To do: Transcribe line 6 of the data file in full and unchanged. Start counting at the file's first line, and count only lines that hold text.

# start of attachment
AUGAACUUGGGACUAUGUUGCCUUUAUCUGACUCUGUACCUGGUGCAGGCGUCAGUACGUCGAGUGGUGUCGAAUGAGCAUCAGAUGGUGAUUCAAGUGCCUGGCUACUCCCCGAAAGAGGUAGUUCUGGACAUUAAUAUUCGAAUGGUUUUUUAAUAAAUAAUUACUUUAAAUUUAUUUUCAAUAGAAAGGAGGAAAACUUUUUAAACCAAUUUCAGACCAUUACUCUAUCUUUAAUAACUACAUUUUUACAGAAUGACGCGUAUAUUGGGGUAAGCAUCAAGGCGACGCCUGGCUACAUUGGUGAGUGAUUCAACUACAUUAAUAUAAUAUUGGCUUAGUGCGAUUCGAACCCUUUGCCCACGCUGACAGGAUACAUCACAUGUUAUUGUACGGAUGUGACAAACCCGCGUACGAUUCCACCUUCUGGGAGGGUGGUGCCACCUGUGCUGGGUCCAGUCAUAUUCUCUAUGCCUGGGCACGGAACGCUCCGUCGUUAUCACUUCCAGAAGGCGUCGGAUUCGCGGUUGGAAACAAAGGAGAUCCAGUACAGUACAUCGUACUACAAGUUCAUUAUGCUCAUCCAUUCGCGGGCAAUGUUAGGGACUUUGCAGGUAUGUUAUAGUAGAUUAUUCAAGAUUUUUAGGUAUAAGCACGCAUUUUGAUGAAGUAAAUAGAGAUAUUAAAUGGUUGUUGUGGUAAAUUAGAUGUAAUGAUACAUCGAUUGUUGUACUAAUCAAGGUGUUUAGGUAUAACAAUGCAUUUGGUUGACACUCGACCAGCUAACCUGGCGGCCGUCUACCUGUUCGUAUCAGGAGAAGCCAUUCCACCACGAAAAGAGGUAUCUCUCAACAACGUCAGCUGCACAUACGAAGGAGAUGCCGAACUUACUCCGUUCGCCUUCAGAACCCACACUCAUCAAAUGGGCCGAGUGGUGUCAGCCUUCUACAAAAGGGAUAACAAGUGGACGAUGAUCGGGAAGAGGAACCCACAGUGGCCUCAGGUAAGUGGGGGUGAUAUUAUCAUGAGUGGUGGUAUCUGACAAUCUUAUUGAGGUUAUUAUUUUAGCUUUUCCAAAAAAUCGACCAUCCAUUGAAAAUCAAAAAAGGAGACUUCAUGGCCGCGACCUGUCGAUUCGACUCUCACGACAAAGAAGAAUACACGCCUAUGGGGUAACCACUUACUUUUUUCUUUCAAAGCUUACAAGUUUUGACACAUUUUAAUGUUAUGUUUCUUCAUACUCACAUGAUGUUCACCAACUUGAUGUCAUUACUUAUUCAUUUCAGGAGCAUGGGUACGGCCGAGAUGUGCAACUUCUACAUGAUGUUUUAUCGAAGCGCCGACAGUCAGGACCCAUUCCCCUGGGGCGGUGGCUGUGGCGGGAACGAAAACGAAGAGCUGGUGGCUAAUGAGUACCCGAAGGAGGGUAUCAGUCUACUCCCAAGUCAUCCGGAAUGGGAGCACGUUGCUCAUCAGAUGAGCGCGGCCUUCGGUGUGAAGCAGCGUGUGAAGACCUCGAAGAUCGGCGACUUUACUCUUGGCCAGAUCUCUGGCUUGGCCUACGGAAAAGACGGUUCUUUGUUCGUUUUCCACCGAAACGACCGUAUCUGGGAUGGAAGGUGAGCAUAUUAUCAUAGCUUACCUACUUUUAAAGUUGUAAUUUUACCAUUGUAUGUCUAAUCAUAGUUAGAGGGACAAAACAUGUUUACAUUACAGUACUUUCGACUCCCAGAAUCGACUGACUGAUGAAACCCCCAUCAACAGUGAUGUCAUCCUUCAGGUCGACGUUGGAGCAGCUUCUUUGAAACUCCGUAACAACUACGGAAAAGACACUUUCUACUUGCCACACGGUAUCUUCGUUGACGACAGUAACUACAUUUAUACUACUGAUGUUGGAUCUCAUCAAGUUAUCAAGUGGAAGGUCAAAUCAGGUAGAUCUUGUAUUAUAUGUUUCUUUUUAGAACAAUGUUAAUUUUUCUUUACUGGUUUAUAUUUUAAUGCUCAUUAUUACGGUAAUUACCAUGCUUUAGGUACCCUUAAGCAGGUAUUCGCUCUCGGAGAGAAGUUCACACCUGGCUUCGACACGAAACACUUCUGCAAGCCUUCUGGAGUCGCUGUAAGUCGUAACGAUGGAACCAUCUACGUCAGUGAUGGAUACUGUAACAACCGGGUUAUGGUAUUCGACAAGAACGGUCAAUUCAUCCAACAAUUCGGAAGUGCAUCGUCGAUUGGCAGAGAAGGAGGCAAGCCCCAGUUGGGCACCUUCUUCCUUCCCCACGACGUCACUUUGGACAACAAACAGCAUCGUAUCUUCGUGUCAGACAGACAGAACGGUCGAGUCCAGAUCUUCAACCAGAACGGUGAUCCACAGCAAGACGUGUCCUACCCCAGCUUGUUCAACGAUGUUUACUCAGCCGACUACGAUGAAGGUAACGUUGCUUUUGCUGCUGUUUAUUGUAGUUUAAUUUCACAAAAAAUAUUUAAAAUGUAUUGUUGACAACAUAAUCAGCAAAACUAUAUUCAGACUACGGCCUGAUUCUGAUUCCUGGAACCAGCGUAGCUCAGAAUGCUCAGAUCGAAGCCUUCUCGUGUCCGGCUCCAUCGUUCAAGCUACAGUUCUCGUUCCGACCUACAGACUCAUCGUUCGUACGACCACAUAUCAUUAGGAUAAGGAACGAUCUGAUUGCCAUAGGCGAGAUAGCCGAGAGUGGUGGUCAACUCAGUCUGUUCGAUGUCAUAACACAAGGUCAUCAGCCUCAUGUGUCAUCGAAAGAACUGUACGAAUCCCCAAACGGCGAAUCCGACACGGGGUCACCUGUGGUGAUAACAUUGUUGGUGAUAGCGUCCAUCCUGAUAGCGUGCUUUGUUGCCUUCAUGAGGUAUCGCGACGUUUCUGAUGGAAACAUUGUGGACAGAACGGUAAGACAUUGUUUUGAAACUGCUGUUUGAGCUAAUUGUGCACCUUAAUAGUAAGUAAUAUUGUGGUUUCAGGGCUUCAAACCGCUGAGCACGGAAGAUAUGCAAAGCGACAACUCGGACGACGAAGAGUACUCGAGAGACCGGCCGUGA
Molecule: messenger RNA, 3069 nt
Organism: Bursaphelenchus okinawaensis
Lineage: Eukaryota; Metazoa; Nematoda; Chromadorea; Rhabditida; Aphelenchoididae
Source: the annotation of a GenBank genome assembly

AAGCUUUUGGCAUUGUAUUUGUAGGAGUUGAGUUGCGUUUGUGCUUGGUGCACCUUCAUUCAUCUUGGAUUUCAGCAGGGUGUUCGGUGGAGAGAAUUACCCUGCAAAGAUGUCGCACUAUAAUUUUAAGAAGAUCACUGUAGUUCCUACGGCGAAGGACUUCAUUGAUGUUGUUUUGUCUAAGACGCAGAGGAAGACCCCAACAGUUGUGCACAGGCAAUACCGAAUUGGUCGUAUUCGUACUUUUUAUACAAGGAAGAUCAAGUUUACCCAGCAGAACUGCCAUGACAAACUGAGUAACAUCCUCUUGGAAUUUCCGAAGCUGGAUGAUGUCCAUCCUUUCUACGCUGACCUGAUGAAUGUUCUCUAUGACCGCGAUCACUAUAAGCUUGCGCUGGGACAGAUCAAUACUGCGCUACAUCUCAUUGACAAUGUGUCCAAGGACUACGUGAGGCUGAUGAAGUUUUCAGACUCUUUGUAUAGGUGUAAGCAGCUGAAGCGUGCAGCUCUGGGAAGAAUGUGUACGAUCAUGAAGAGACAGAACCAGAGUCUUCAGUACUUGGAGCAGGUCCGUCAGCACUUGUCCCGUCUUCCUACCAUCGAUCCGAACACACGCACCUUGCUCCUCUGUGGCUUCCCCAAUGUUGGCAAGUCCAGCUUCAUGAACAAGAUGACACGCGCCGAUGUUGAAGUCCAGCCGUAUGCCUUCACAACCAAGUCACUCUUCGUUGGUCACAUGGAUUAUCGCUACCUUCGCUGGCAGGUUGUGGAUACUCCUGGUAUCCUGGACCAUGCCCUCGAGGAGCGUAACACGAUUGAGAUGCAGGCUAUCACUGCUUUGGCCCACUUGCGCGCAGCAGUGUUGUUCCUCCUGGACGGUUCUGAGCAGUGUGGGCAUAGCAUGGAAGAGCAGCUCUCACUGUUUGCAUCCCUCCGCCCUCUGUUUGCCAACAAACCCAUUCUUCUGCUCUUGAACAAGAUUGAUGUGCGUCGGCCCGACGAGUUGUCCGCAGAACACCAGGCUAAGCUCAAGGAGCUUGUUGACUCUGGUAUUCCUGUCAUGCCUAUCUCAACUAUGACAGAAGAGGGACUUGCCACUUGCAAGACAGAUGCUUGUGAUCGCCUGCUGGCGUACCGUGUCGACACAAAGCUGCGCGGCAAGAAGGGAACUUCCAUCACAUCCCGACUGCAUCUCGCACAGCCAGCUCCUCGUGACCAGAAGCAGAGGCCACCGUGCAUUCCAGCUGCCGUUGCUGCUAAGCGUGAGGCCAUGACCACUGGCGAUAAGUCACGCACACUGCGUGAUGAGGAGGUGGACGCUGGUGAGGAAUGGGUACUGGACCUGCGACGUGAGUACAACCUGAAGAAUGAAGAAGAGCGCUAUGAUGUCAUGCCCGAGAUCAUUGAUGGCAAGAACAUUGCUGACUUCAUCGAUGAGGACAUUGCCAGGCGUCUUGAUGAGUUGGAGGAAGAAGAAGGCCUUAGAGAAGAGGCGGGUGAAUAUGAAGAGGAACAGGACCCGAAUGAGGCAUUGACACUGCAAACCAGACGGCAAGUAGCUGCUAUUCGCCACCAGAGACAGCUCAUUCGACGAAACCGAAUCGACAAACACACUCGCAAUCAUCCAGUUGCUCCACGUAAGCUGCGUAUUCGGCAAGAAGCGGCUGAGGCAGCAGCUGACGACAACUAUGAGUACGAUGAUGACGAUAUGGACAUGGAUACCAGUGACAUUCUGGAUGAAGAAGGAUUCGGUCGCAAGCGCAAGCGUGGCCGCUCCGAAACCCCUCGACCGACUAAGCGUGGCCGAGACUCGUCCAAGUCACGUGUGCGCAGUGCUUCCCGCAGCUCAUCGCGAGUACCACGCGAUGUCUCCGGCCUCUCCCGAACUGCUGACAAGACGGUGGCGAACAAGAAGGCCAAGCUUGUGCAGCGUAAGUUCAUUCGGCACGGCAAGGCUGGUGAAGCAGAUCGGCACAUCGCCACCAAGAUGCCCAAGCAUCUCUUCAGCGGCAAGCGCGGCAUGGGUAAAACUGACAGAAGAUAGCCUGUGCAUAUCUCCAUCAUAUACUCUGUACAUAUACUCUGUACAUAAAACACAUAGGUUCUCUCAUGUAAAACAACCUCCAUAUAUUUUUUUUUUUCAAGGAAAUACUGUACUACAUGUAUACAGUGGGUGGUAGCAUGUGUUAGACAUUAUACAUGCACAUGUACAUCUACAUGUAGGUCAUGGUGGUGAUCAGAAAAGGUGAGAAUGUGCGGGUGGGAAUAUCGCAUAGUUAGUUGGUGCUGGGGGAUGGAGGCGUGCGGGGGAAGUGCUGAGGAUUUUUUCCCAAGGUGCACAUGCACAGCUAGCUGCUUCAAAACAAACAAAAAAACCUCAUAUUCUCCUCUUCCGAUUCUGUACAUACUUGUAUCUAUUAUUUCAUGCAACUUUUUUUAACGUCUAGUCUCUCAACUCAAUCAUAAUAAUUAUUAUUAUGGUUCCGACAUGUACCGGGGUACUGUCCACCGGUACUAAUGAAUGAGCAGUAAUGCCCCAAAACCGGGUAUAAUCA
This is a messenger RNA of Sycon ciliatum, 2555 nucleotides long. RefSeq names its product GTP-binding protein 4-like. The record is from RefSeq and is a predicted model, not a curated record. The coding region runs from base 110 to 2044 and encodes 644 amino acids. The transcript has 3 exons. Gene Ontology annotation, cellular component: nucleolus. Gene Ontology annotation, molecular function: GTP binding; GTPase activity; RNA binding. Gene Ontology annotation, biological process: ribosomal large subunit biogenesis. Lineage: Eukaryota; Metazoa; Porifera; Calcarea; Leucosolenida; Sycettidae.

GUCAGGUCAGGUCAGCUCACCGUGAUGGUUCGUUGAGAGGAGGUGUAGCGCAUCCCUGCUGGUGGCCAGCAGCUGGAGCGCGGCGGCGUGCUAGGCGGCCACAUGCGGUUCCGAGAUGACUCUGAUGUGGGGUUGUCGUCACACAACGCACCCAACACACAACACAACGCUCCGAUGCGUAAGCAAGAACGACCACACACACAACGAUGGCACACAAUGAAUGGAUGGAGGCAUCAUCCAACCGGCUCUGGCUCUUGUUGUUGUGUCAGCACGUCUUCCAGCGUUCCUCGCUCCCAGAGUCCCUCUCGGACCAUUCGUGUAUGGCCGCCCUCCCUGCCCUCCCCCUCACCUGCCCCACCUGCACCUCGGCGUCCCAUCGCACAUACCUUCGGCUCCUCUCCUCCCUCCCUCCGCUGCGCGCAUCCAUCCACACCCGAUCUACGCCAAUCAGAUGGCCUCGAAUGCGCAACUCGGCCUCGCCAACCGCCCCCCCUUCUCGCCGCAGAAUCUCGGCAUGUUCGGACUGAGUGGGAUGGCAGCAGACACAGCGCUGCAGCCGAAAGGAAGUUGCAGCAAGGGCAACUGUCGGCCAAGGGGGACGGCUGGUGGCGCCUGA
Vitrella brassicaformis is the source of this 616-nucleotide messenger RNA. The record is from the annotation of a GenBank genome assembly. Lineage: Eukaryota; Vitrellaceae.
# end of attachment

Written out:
AAGCUUUUGGCAUUGUAUUUGUAGGAGUUGAGUUGCGUUUGUGCUUGGUGCACCUUCAUUCAUCUUGGAUUUCAGCAGGGUGUUCGGUGGAGAGAAUUACCCUGCAAAGAUGUCGCACUAUAAUUUUAAGAAGAUCACUGUAGUUCCUACGGCGAAGGACUUCAUUGAUGUUGUUUUGUCUAAGACGCAGAGGAAGACCCCAACAGUUGUGCACAGGCAAUACCGAAUUGGUCGUAUUCGUACUUUUUAUACAAGGAAGAUCAAGUUUACCCAGCAGAACUGCCAUGACAAACUGAGUAACAUCCUCUUGGAAUUUCCGAAGCUGGAUGAUGUCCAUCCUUUCUACGCUGACCUGAUGAAUGUUCUCUAUGACCGCGAUCACUAUAAGCUUGCGCUGGGACAGAUCAAUACUGCGCUACAUCUCAUUGACAAUGUGUCCAAGGACUACGUGAGGCUGAUGAAGUUUUCAGACUCUUUGUAUAGGUGUAAGCAGCUGAAGCGUGCAGCUCUGGGAAGAAUGUGUACGAUCAUGAAGAGACAGAACCAGAGUCUUCAGUACUUGGAGCAGGUCCGUCAGCACUUGUCCCGUCUUCCUACCAUCGAUCCGAACACACGCACCUUGCUCCUCUGUGGCUUCCCCAAUGUUGGCAAGUCCAGCUUCAUGAACAAGAUGACACGCGCCGAUGUUGAAGUCCAGCCGUAUGCCUUCACAACCAAGUCACUCUUCGUUGGUCACAUGGAUUAUCGCUACCUUCGCUGGCAGGUUGUGGAUACUCCUGGUAUCCUGGACCAUGCCCUCGAGGAGCGUAACACGAUUGAGAUGCAGGCUAUCACUGCUUUGGCCCACUUGCGCGCAGCAGUGUUGUUCCUCCUGGACGGUUCUGAGCAGUGUGGGCAUAGCAUGGAAGAGCAGCUCUCACUGUUUGCAUCCCUCCGCCCUCUGUUUGCCAACAAACCCAUUCUUCUGCUCUUGAACAAGAUUGAUGUGCGUCGGCCCGACGAGUUGUCCGCAGAACACCAGGCUAAGCUCAAGGAGCUUGUUGACUCUGGUAUUCCUGUCAUGCCUAUCUCAACUAUGACAGAAGAGGGACUUGCCACUUGCAAGACAGAUGCUUGUGAUCGCCUGCUGGCGUACCGUGUCGACACAAAGCUGCGCGGCAAGAAGGGAACUUCCAUCACAUCCCGACUGCAUCUCGCACAGCCAGCUCCUCGUGACCAGAAGCAGAGGCCACCGUGCAUUCCAGCUGCCGUUGCUGCUAAGCGUGAGGCCAUGACCACUGGCGAUAAGUCACGCACACUGCGUGAUGAGGAGGUGGACGCUGGUGAGGAAUGGGUACUGGACCUGCGACGUGAGUACAACCUGAAGAAUGAAGAAGAGCGCUAUGAUGUCAUGCCCGAGAUCAUUGAUGGCAAGAACAUUGCUGACUUCAUCGAUGAGGACAUUGCCAGGCGUCUUGAUGAGUUGGAGGAAGAAGAAGGCCUUAGAGAAGAGGCGGGUGAAUAUGAAGAGGAACAGGACCCGAAUGAGGCAUUGACACUGCAAACCAGACGGCAAGUAGCUGCUAUUCGCCACCAGAGACAGCUCAUUCGACGAAACCGAAUCGACAAACACACUCGCAAUCAUCCAGUUGCUCCACGUAAGCUGCGUAUUCGGCAAGAAGCGGCUGAGGCAGCAGCUGACGACAACUAUGAGUACGAUGAUGACGAUAUGGACAUGGAUACCAGUGACAUUCUGGAUGAAGAAGGAUUCGGUCGCAAGCGCAAGCGUGGCCGCUCCGAAACCCCUCGACCGACUAAGCGUGGCCGAGACUCGUCCAAGUCACGUGUGCGCAGUGCUUCCCGCAGCUCAUCGCGAGUACCACGCGAUGUCUCCGGCCUCUCCCGAACUGCUGACAAGACGGUGGCGAACAAGAAGGCCAAGCUUGUGCAGCGUAAGUUCAUUCGGCACGGCAAGGCUGGUGAAGCAGAUCGGCACAUCGCCACCAAGAUGCCCAAGCAUCUCUUCAGCGGCAAGCGCGGCAUGGGUAAAACUGACAGAAGAUAGCCUGUGCAUAUCUCCAUCAUAUACUCUGUACAUAUACUCUGUACAUAAAACACAUAGGUUCUCUCAUGUAAAACAACCUCCAUAUAUUUUUUUUUUUCAAGGAAAUACUGUACUACAUGUAUACAGUGGGUGGUAGCAUGUGUUAGACAUUAUACAUGCACAUGUACAUCUACAUGUAGGUCAUGGUGGUGAUCAGAAAAGGUGAGAAUGUGCGGGUGGGAAUAUCGCAUAGUUAGUUGGUGCUGGGGGAUGGAGGCGUGCGGGGGAAGUGCUGAGGAUUUUUUCCCAAGGUGCACAUGCACAGCUAGCUGCUUCAAAACAAACAAAAAAACCUCAUAUUCUCCUCUUCCGAUUCUGUACAUACUUGUAUCUAUUAUUUCAUGCAACUUUUUUUAACGUCUAGUCUCUCAACUCAAUCAUAAUAAUUAUUAUUAUGGUUCCGACAUGUACCGGGGUACUGUCCACCGGUACUAAUGAAUGAGCAGUAAUGCCCCAAAACCGGGUAUAAUCA